The NHS may have fared well financially from Tony Blair's comprehensive spending review, but, asks Lyn Whitfield, will the conditions it comes with prove too restrictive?

The future of management skills

The conference was told that managers would need to develop skills to manage a new-look NHS.

Brian Simons from the Office of Public Management argued that the internal market had taken NHS management 'much closer to the commercial model'. But the new NHS would see managers 'managing things they cannot control' and even 'being held accountable for things they cannot control' which would be 'bloody awful'.

To adapt, he argued, managers would need to develop 'diplomacy and reconciliation' skills to get people from different organisations and backgrounds working together. They would also need to use 'networking, negotiation and facilitation' to achieve their goals.

Simons admitted he could only talk at a 'high level' because 'nobody knows what this new world is going to look like on the ground' or what 'managers will come into work and actually do' in five years' time.

NHS finance managers have been warned that prime minister Tony Blair's promise of 'money for modernisation' will mean managing an NHS with less financial freedom.

Richard Douglas, joint deputy director of finance at the NHS Executive, said last week that the NHS had received a 'good' financial settlement from the comprehensive spending review.

But he told the Association of Chartered Certified Accountants' health service society that the money would come with 'real strings attached'.

'The world has changed significantly,' he announced at the society's annual conference. 'We have got this money on condition that we achieve some clear and specific targets.'

Mr Douglas said the Executive was still grappling with the 'big agenda' of how to monitor targets agreed with the Treasury 'without creating a new monitoring industry'. But when a member of the audience joked that it was difficult to imagine yet more monitoring he was told: 'You ain't seen nothing yet.'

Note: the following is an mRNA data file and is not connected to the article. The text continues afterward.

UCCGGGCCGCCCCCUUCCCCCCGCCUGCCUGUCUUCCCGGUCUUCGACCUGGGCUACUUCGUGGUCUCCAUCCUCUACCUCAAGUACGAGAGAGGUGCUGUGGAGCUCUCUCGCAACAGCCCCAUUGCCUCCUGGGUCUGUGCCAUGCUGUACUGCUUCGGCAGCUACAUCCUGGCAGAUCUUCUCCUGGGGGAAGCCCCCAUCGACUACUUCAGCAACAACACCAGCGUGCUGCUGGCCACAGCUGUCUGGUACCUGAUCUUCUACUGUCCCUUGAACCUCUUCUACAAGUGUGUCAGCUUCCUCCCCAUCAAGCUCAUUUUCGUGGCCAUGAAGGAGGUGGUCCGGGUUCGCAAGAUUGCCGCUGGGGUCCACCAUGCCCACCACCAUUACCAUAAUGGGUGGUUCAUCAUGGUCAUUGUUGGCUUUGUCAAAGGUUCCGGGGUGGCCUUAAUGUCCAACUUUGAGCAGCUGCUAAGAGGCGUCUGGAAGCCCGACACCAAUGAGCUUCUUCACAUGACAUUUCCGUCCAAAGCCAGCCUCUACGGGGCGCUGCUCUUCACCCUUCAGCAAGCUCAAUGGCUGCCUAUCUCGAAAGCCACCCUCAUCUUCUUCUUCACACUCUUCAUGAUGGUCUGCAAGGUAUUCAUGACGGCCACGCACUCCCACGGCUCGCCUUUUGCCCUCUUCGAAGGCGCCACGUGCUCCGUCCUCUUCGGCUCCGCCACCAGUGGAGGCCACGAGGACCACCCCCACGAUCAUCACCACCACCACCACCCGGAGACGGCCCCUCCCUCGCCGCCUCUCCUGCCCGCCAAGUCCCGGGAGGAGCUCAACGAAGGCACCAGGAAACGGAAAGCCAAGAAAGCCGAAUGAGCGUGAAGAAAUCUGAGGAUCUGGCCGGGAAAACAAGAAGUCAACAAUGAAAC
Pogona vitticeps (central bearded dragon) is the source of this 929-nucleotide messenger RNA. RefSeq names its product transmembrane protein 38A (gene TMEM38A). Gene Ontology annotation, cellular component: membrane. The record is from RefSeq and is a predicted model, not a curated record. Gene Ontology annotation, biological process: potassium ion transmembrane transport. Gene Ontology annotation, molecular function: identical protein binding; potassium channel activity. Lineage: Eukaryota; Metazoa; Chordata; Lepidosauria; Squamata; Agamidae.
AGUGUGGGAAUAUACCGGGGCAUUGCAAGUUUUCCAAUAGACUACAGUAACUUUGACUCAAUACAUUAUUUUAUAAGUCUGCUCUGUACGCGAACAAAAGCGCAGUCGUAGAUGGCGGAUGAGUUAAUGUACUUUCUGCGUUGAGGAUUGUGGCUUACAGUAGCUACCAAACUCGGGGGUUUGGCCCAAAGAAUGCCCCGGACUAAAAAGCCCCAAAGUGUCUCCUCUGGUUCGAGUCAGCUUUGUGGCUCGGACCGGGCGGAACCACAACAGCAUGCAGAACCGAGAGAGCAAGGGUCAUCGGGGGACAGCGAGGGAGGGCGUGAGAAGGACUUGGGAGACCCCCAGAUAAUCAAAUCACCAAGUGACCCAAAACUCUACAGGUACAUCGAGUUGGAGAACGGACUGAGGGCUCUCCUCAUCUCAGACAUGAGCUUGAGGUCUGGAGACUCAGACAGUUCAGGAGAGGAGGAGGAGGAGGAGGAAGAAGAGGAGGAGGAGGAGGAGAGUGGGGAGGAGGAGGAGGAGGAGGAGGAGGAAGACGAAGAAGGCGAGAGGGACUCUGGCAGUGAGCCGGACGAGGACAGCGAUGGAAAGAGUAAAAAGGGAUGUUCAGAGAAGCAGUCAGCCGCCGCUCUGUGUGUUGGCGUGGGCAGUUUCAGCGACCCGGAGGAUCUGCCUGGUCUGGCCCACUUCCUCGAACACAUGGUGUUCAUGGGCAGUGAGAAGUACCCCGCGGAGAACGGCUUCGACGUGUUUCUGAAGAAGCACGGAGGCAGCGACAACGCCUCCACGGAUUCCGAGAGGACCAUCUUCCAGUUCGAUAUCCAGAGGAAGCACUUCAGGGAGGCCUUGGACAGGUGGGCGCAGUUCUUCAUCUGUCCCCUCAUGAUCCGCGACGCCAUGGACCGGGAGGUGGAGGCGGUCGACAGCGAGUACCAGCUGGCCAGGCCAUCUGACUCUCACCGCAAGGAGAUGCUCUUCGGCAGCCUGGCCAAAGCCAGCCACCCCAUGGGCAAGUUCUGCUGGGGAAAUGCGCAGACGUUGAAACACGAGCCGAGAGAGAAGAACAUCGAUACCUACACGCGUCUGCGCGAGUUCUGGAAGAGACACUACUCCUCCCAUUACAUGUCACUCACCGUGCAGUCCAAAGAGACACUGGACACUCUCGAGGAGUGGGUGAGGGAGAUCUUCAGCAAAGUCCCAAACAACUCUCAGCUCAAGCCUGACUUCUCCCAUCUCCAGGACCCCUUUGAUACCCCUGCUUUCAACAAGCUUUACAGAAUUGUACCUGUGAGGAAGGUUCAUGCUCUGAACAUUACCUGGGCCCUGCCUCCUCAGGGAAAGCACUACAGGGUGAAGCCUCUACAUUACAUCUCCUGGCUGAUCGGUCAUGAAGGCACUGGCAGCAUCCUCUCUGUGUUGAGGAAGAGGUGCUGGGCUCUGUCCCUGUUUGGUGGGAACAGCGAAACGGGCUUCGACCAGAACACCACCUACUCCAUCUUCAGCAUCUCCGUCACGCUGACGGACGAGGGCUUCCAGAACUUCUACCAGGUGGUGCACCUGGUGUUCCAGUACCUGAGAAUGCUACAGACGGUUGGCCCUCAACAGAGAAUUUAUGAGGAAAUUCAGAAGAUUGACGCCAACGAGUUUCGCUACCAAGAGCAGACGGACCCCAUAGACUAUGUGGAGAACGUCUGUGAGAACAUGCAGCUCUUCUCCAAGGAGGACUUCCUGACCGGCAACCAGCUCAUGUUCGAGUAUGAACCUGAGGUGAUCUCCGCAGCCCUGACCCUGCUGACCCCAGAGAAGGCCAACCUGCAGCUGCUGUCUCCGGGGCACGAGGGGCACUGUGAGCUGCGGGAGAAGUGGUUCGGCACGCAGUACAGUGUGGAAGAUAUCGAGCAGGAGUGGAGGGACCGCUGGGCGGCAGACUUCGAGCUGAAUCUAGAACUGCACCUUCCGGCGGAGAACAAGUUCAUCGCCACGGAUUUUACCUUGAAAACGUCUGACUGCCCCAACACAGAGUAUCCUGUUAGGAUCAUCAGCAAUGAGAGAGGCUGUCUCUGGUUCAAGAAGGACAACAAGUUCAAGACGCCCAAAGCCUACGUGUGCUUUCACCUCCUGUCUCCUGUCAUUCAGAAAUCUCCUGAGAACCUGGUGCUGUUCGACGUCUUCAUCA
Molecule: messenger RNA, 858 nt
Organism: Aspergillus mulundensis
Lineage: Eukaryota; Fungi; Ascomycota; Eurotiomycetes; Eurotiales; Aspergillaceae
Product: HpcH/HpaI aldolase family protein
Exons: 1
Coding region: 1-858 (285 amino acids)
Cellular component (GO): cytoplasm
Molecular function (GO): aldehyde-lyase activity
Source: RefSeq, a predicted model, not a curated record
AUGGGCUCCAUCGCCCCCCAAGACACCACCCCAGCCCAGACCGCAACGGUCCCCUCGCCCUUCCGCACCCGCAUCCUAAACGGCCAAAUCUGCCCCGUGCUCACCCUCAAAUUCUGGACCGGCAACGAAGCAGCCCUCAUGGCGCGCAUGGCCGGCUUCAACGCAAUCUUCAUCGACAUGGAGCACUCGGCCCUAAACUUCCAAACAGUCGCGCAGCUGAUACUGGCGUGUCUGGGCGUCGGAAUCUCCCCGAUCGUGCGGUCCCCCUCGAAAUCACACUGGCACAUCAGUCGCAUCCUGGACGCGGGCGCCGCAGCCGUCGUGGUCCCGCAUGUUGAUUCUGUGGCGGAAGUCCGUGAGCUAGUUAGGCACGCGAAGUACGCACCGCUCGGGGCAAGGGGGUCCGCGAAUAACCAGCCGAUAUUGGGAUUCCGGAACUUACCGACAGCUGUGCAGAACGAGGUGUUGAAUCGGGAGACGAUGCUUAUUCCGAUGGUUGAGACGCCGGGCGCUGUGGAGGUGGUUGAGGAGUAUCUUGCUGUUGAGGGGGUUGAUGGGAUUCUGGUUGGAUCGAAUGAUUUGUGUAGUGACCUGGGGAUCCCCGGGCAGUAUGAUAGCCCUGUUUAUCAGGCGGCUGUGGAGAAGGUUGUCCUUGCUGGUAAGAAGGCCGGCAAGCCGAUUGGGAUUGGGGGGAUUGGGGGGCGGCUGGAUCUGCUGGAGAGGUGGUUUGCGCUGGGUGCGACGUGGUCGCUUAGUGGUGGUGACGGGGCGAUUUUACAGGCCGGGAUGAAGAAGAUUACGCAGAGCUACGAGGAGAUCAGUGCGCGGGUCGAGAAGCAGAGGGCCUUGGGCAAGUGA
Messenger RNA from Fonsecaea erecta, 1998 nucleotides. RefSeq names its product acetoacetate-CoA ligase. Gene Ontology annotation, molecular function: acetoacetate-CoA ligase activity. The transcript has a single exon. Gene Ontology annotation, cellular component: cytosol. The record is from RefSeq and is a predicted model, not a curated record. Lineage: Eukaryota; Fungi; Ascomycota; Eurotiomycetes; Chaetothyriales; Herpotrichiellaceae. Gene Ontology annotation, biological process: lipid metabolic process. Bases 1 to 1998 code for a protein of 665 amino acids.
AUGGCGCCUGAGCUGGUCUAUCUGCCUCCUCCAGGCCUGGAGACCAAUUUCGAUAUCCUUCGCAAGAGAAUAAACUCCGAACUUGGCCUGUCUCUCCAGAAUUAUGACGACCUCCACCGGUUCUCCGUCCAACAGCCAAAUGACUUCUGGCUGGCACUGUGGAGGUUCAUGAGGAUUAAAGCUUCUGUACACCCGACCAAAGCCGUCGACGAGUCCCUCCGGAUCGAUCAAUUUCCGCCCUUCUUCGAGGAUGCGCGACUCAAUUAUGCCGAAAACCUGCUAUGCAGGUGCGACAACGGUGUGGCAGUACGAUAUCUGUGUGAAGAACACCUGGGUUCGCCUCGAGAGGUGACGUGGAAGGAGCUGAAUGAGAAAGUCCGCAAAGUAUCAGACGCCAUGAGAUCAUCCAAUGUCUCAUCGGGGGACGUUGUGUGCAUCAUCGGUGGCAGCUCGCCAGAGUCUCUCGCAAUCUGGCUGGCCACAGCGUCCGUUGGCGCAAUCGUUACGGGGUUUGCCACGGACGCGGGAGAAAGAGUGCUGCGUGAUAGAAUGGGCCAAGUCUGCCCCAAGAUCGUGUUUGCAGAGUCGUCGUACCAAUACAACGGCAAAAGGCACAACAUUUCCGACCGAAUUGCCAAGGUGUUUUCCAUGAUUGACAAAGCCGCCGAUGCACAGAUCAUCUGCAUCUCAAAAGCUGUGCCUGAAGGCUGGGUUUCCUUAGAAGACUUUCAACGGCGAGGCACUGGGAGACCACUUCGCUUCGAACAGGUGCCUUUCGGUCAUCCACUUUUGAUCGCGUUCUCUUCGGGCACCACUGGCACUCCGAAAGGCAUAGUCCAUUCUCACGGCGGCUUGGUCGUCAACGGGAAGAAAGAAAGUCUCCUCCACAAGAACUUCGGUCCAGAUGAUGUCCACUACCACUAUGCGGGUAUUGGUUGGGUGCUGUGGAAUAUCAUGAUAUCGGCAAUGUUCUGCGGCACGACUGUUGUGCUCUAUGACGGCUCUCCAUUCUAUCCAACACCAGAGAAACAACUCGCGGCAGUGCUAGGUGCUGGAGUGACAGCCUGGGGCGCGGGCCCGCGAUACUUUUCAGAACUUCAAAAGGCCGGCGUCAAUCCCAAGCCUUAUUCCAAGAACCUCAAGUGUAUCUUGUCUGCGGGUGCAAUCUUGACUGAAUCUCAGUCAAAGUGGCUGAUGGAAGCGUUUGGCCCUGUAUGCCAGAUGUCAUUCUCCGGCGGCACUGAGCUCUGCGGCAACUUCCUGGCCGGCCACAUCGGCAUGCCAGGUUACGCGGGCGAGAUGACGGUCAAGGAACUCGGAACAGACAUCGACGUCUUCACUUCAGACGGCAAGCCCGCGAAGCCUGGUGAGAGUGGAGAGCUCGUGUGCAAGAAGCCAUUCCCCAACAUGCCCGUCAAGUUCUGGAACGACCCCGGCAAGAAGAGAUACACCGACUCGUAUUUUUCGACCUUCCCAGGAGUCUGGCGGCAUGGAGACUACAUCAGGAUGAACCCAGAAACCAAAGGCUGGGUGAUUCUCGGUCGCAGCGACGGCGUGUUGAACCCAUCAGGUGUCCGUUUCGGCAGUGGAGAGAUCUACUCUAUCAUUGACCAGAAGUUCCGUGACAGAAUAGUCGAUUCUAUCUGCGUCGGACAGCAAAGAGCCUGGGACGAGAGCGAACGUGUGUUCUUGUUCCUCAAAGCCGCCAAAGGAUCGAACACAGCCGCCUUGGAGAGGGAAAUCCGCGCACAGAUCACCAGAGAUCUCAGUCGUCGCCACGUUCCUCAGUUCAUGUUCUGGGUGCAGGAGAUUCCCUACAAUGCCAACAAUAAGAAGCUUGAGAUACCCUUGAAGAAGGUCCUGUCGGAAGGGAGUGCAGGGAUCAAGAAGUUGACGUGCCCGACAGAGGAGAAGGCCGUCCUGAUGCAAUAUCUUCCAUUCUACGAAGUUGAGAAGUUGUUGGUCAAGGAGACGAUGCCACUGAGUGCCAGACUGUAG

The Healthcare Financial Management Association has expressed concerns about the government's tendency to distribute cash on an 'earmarked' basis. HFMA chair Jaki Meekings warned two weeks ago that this would make it difficult for trusts and health authorities to deal with balance sheet problems. Although Mr Douglas did not respond directly, he acknowledged that a number of flexibilities had disappeared from the system.

In particular, he said new rules limiting virement between capital and revenue budgets to five per cent a year meant 'an enormous flexibility has gone' - although he stressed 'it means we can protect our capital base'.

He added that the three-year nature of the settlement also presented challenges: 'The Treasury has made it clear that the settlement is for three years and if something happens - for example on the pay front - we are expected to manage. We cannot go back to the Treasury and raid the reserves.'

On the other hand, Mr Douglas argued: 'We have done a lot to move towards balance and we have got a settlement that should allow us to move further towards balance while dealing with waiting lists.'

The HFMA has also expressed serious concerns about a lack of detailed guidance from the Executive on the implementation of the NHS reforms. Ms Meekings called for a 'coherent policy' to be developed for dealing with specialist services currently paid for through extra contractual referrals.

Mr Douglas told the ACCA conference he had found discussions about the end of ECRs fascinating. 'When I started, I got so many complaints about ECRs from both sides, from HAs and trusts,' he said. 'Now, everyone tells me there could not have been anything better, while the new system will not work at all.'

ECRs should be replaced by arrangements for commissioning specialist services or 'out-of-area treatments', generally seen as a 'default' position for dealing with services that cannot be wrapped up in any other way.

Mr Douglas told HSJ last week that the sums of money covered by OATs should be 'very, very small' and that the new system should not cause problems for most trusts, although he did acknowledge there could be difficulties in London, where major teaching hospitals depend on ECRs. But a conference discussion showed that finance managers are extremely concerned about how specialist services will fare next year.

Patrick Butcher, finance director of King's Healthcare trust, said: 'The work on commissioning specialist services is a long way behind schedule, so OATs will actually cover a lot of money next year.

'I have had 50 or 60 HAs write to me saying 'this is how we want you to deal with it'. I have ignored them and said 'this is what we are going to do' to keep the system running.'

Other participants felt there was a definite 'risk' that some large trusts could be 'destablised'. But a regional office manager argued trusts would deal with cases 'on the basis of need' within their service and financial frameworks and that any over performance on OATs would be managed by their 'host' HA. This, he pointed out, would mean local populations would lose out if too many urgent cases came in from elsewhere.